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Capital dames the Civil War and the women of Washington, 1848-1868

by Roberts, Cokie.

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Summary

With the outbreak of the Civil War, the small, social Southern town of Washington, D.C. found itself caught between warring sides in a four-year battle that would determine the future of the United States. After the declaration of secession, many fascinating Southern women left the city, leaving the... Full description

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Summary: With the outbreak of the Civil War, the small, social Southern town of Washington, D.C. found itself caught between warring sides in a four-year battle that would determine the future of the United States. After the declaration of secession, many fascinating Southern women left the city, leaving their friends- such as Adele Cutts Douglas and Elizabeth Blair Lee- to grapple with questions of safety and sanitation as the capital was transformed into an immense Union army camp and later a hospital. With their husbands, brothers, and fathers marching off to war, either on the battlefield or in the halls of Congress, the women of Washington joined the cause as well. And more women went to the Capital City to enlist as nurses, supply organizers, relief workers, and journalists. Many risked their lives making munitions in a highly flammable arsenal, toiled at the Treasury Department printing greenbacks to finance the war, and plied their needlework skills at The Navy Yard- once the sole province of men- to sew canvas gunpowder bags for the troops. Cokie Roberts chronicles these women's increasing independence, their political empowerment, their indispensable role in keeping the Union unified through the war, and in helping heal it once the fighting was done. She concludes that the war not only changed Washington, it also forever changed the place of women. Sifting through newspaper articles, government records, and private letters and diaries'many never before published'Roberts brings the war-torn capital into focus through the lives of its formidable women.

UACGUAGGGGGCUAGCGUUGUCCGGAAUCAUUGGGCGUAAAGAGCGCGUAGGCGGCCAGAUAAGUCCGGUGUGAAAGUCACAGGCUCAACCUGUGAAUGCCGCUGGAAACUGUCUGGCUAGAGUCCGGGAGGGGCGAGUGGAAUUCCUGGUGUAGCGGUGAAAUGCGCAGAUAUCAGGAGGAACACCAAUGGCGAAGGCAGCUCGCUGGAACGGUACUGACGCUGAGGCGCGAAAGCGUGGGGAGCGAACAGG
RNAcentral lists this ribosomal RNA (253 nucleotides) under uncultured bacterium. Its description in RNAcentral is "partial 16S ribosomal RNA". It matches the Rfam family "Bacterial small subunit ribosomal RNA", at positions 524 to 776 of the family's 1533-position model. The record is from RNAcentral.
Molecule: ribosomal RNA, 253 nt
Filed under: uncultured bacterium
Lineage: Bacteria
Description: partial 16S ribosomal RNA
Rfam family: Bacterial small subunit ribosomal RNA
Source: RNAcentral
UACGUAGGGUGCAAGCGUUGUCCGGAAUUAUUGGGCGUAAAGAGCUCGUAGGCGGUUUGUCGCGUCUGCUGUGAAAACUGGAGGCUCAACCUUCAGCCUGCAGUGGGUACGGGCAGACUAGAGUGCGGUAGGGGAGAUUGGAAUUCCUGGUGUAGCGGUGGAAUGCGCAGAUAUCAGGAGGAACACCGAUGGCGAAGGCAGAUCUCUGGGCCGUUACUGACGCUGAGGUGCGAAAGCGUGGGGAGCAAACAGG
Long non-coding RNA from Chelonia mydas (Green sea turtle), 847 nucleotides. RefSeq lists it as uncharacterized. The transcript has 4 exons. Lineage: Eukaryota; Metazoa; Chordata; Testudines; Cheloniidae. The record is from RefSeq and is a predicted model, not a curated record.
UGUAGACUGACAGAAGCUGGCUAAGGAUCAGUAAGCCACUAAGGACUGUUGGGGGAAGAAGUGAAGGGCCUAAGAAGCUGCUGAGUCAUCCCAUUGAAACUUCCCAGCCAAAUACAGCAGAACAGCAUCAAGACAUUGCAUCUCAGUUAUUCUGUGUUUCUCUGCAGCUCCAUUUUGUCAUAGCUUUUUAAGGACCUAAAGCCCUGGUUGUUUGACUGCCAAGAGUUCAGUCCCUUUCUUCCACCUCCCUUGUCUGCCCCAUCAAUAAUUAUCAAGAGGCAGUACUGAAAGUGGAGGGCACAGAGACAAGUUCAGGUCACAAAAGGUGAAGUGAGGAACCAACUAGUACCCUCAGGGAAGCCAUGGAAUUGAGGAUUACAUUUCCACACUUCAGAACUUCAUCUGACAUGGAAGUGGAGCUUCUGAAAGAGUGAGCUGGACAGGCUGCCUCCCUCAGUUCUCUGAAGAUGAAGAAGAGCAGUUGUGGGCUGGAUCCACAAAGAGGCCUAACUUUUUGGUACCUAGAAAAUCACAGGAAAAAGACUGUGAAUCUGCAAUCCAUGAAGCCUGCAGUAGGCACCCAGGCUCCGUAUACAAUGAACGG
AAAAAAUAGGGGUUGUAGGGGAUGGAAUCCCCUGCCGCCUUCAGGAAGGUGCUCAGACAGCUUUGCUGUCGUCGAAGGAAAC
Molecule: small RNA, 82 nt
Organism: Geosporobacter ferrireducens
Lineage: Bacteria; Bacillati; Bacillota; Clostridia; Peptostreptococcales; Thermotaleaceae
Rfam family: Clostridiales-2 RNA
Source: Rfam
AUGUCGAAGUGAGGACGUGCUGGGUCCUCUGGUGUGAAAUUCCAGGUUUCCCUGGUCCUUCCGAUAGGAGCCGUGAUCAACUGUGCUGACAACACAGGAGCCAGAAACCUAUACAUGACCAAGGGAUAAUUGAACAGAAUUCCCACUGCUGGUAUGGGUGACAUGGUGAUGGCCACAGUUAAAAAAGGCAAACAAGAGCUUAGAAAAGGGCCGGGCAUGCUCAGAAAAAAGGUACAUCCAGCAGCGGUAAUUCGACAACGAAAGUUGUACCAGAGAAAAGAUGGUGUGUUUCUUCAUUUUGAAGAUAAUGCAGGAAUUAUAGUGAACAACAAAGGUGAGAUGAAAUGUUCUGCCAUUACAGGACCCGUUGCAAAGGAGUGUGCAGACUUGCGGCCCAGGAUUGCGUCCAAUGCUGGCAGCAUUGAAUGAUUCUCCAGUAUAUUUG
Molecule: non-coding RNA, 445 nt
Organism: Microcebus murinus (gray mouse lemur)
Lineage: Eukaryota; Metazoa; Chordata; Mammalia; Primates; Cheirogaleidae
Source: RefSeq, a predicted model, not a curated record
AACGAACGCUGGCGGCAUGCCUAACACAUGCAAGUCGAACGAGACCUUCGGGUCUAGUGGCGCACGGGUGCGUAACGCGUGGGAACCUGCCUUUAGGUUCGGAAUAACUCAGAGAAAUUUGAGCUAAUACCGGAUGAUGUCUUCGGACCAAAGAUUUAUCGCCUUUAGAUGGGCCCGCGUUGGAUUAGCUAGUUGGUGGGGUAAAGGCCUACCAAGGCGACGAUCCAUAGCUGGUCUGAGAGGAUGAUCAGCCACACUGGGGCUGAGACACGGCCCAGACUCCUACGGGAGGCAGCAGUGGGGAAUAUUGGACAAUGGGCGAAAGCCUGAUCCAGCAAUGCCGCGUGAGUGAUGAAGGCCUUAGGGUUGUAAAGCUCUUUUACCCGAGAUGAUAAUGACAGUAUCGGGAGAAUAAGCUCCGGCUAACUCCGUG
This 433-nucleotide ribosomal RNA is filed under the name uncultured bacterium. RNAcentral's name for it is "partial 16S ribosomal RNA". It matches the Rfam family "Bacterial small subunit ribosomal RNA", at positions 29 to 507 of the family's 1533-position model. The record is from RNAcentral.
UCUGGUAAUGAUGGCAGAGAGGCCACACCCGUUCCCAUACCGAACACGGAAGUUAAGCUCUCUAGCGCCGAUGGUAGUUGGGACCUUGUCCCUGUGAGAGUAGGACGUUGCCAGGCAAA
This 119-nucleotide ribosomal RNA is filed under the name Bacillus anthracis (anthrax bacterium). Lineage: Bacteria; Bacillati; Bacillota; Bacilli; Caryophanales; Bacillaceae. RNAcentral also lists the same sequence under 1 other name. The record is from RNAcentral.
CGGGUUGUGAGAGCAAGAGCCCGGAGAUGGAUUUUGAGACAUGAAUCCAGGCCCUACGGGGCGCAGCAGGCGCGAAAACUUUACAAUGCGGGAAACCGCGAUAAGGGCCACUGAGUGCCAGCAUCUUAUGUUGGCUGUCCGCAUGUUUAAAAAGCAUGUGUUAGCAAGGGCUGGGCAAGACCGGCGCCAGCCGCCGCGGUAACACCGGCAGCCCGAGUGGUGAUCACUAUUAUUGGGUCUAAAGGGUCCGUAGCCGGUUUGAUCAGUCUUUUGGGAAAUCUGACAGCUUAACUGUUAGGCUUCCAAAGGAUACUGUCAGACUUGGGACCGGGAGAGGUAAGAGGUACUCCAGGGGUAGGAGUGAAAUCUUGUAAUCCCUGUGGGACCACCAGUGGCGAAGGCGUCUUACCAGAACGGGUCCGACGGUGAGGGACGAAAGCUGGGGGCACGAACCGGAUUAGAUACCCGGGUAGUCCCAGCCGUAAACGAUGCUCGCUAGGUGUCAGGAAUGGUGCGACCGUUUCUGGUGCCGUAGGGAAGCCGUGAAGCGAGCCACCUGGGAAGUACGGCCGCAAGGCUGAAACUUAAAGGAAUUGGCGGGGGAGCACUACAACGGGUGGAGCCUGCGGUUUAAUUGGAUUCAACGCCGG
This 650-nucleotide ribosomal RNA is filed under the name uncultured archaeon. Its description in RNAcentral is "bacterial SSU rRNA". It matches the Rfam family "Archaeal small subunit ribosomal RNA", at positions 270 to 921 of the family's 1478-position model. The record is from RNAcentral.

Item Description: Compact disc.
Title from container.
Physical Description: 12 audio discs (14 hr., 30 min.) : digital ; 4 3/4 in.
ISBN: 9781481534758
1481534750
Author Notes: Cokie Roberts was born in 1943 in New Orleans, Louisiana. She is a journalist, author and contributing senior news analyst for National Public Radio as well as a regular roundtable analyst for the current This Week with George Stephanopoulos. Roberts also works as a political commentator for ABC News. Roberts, along with her husband, Steven V. Roberts, writes a weekly column syndicated by United Media in newspapers around the United States. She serves on the boards of several non-profit organizations such as the Kaiser Family Foundation and was appointed by President George W. Bush to his Council on Service and Civic Participation.

Cokie Roberts is the youngest daughter of the late ambassador and long-time Democratic Congresswoman from Louisiana Lindy Boggs and of the late Hale Boggs, also a Democratic Congressman from Louisiana who was Majority Leader of the House of Representatives and a member of the Warren Commission.

Roberts graduated from Wellesley College in 1964, where she received a BA in Political Science. Roberts has won numerous awards, such as the Edward R. Murrow Award, the Everett McKinley Dirksen Award for coverage of Congress and a 1991 Emmy Award for her contribution to "Who is Ross Perot?"

Cokie's books include We Are Our Mother's Daughters (1998), Founding Mothers: The Women Who Raised Our Nation (2004), Ladies of Liberty: The Women Who Shaped Our Nation (2008), with Steven Roberts, From This Day Forward (2000), also with Steven Roberts, Our Haggadah: Uniting Traditions for Interfaith Families (2011), and children's book Founding Mothers: Remembering the Ladies (2014).

Robert's title, Capital Dames: The Civil War and the Women of Washington, 1848-1868, is a 2015 New York Times bestseller.

Cokie Roberts (Mary Martha Corinne Morrison Claiborne Boggs Roberts) passed away on September 17,2019 at the age of 75.

(Bowker Author Biography)

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